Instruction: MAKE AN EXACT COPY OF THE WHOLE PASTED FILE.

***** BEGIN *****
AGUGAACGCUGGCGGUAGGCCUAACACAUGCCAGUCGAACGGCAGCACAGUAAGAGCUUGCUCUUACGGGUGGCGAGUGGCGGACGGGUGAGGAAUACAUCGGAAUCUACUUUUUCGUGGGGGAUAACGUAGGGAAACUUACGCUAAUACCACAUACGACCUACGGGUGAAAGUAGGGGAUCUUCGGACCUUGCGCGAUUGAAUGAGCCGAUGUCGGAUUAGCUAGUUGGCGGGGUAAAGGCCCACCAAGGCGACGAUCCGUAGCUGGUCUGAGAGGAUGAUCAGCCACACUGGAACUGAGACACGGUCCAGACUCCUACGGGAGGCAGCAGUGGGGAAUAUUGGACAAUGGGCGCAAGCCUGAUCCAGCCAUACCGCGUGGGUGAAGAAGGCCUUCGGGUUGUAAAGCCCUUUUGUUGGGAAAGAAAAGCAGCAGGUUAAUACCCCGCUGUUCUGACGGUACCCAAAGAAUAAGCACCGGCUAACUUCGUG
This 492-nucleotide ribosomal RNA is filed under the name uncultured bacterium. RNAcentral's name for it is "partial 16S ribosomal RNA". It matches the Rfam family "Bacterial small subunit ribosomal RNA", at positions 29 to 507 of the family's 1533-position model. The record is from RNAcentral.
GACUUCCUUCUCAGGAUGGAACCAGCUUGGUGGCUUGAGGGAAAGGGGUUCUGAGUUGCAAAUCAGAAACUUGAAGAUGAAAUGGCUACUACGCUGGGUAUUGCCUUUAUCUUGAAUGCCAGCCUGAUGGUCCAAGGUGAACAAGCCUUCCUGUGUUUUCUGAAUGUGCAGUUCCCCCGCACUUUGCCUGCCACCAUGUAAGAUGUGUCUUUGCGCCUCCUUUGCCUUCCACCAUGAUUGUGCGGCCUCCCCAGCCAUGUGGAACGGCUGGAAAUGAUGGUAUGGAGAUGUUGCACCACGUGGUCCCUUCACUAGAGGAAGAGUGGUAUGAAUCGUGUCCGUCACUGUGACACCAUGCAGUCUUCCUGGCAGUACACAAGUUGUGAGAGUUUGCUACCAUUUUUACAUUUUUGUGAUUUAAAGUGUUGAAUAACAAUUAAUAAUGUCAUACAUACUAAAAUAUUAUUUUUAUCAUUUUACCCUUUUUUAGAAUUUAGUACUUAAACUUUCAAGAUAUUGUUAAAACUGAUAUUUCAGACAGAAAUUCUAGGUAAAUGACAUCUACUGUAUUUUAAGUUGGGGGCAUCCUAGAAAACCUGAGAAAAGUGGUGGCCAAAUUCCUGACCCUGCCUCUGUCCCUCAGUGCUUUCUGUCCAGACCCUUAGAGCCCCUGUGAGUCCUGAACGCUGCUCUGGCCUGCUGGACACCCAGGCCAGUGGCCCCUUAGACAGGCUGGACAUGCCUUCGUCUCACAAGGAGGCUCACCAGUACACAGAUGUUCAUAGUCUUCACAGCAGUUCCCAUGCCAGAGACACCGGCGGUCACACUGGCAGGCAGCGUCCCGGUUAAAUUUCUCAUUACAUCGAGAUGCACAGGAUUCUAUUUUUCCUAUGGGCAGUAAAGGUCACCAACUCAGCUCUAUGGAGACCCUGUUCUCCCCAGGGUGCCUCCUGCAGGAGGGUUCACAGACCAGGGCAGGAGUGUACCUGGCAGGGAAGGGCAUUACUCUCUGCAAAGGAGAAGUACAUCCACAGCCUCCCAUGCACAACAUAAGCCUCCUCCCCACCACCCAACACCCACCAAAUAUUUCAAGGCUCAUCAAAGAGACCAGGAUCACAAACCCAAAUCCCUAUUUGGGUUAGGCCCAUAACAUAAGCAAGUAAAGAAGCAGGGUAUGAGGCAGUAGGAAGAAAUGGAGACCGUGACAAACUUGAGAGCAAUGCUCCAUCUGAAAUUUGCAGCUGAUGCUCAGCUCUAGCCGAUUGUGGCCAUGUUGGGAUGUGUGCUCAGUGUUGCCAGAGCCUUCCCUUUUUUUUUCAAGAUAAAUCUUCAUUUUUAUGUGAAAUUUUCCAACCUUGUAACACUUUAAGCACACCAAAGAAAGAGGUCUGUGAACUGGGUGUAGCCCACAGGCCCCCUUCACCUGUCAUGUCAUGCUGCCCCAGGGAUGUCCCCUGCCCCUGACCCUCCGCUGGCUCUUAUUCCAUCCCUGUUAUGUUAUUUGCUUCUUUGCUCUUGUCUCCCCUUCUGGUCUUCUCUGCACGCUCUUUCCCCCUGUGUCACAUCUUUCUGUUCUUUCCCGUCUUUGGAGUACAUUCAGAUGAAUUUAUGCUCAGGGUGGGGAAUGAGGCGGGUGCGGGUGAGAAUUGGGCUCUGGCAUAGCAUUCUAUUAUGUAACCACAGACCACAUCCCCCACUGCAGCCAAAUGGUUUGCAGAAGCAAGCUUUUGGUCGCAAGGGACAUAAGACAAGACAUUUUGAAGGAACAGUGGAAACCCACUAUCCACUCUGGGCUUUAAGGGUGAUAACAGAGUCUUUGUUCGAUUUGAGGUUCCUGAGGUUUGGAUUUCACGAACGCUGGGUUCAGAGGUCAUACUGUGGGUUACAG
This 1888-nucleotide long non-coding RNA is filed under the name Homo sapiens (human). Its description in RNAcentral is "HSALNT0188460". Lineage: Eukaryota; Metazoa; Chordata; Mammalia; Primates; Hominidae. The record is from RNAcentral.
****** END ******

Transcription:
AGUGAACGCUGGCGGUAGGCCUAACACAUGCCAGUCGAACGGCAGCACAGUAAGAGCUUGCUCUUACGGGUGGCGAGUGGCGGACGGGUGAGGAAUACAUCGGAAUCUACUUUUUCGUGGGGGAUAACGUAGGGAAACUUACGCUAAUACCACAUACGACCUACGGGUGAAAGUAGGGGAUCUUCGGACCUUGCGCGAUUGAAUGAGCCGAUGUCGGAUUAGCUAGUUGGCGGGGUAAAGGCCCACCAAGGCGACGAUCCGUAGCUGGUCUGAGAGGAUGAUCAGCCACACUGGAACUGAGACACGGUCCAGACUCCUACGGGAGGCAGCAGUGGGGAAUAUUGGACAAUGGGCGCAAGCCUGAUCCAGCCAUACCGCGUGGGUGAAGAAGGCCUUCGGGUUGUAAAGCCCUUUUGUUGGGAAAGAAAAGCAGCAGGUUAAUACCCCGCUGUUCUGACGGUACCCAAAGAAUAAGCACCGGCUAACUUCGUG
This 492-nucleotide ribosomal RNA is filed under the name uncultured bacterium. RNAcentral's name for it is "partial 16S ribosomal RNA". It matches the Rfam family "Bacterial small subunit ribosomal RNA", at positions 29 to 507 of the family's 1533-position model. The record is from RNAcentral.
GACUUCCUUCUCAGGAUGGAACCAGCUUGGUGGCUUGAGGGAAAGGGGUUCUGAGUUGCAAAUCAGAAACUUGAAGAUGAAAUGGCUACUACGCUGGGUAUUGCCUUUAUCUUGAAUGCCAGCCUGAUGGUCCAAGGUGAACAAGCCUUCCUGUGUUUUCUGAAUGUGCAGUUCCCCCGCACUUUGCCUGCCACCAUGUAAGAUGUGUCUUUGCGCCUCCUUUGCCUUCCACCAUGAUUGUGCGGCCUCCCCAGCCAUGUGGAACGGCUGGAAAUGAUGGUAUGGAGAUGUUGCACCACGUGGUCCCUUCACUAGAGGAAGAGUGGUAUGAAUCGUGUCCGUCACUGUGACACCAUGCAGUCUUCCUGGCAGUACACAAGUUGUGAGAGUUUGCUACCAUUUUUACAUUUUUGUGAUUUAAAGUGUUGAAUAACAAUUAAUAAUGUCAUACAUACUAAAAUAUUAUUUUUAUCAUUUUACCCUUUUUUAGAAUUUAGUACUUAAACUUUCAAGAUAUUGUUAAAACUGAUAUUUCAGACAGAAAUUCUAGGUAAAUGACAUCUACUGUAUUUUAAGUUGGGGGCAUCCUAGAAAACCUGAGAAAAGUGGUGGCCAAAUUCCUGACCCUGCCUCUGUCCCUCAGUGCUUUCUGUCCAGACCCUUAGAGCCCCUGUGAGUCCUGAACGCUGCUCUGGCCUGCUGGACACCCAGGCCAGUGGCCCCUUAGACAGGCUGGACAUGCCUUCGUCUCACAAGGAGGCUCACCAGUACACAGAUGUUCAUAGUCUUCACAGCAGUUCCCAUGCCAGAGACACCGGCGGUCACACUGGCAGGCAGCGUCCCGGUUAAAUUUCUCAUUACAUCGAGAUGCACAGGAUUCUAUUUUUCCUAUGGGCAGUAAAGGUCACCAACUCAGCUCUAUGGAGACCCUGUUCUCCCCAGGGUGCCUCCUGCAGGAGGGUUCACAGACCAGGGCAGGAGUGUACCUGGCAGGGAAGGGCAUUACUCUCUGCAAAGGAGAAGUACAUCCACAGCCUCCCAUGCACAACAUAAGCCUCCUCCCCACCACCCAACACCCACCAAAUAUUUCAAGGCUCAUCAAAGAGACCAGGAUCACAAACCCAAAUCCCUAUUUGGGUUAGGCCCAUAACAUAAGCAAGUAAAGAAGCAGGGUAUGAGGCAGUAGGAAGAAAUGGAGACCGUGACAAACUUGAGAGCAAUGCUCCAUCUGAAAUUUGCAGCUGAUGCUCAGCUCUAGCCGAUUGUGGCCAUGUUGGGAUGUGUGCUCAGUGUUGCCAGAGCCUUCCCUUUUUUUUUCAAGAUAAAUCUUCAUUUUUAUGUGAAAUUUUCCAACCUUGUAACACUUUAAGCACACCAAAGAAAGAGGUCUGUGAACUGGGUGUAGCCCACAGGCCCCCUUCACCUGUCAUGUCAUGCUGCCCCAGGGAUGUCCCCUGCCCCUGACCCUCCGCUGGCUCUUAUUCCAUCCCUGUUAUGUUAUUUGCUUCUUUGCUCUUGUCUCCCCUUCUGGUCUUCUCUGCACGCUCUUUCCCCCUGUGUCACAUCUUUCUGUUCUUUCCCGUCUUUGGAGUACAUUCAGAUGAAUUUAUGCUCAGGGUGGGGAAUGAGGCGGGUGCGGGUGAGAAUUGGGCUCUGGCAUAGCAUUCUAUUAUGUAACCACAGACCACAUCCCCCACUGCAGCCAAAUGGUUUGCAGAAGCAAGCUUUUGGUCGCAAGGGACAUAAGACAAGACAUUUUGAAGGAACAGUGGAAACCCACUAUCCACUCUGGGCUUUAAGGGUGAUAACAGAGUCUUUGUUCGAUUUGAGGUUCCUGAGGUUUGGAUUUCACGAACGCUGGGUUCAGAGGUCAUACUGUGGGUUACAG
This 1888-nucleotide long non-coding RNA is filed under the name Homo sapiens (human). Its description in RNAcentral is "HSALNT0188460". Lineage: Eukaryota; Metazoa; Chordata; Mammalia; Primates; Hominidae. The record is from RNAcentral.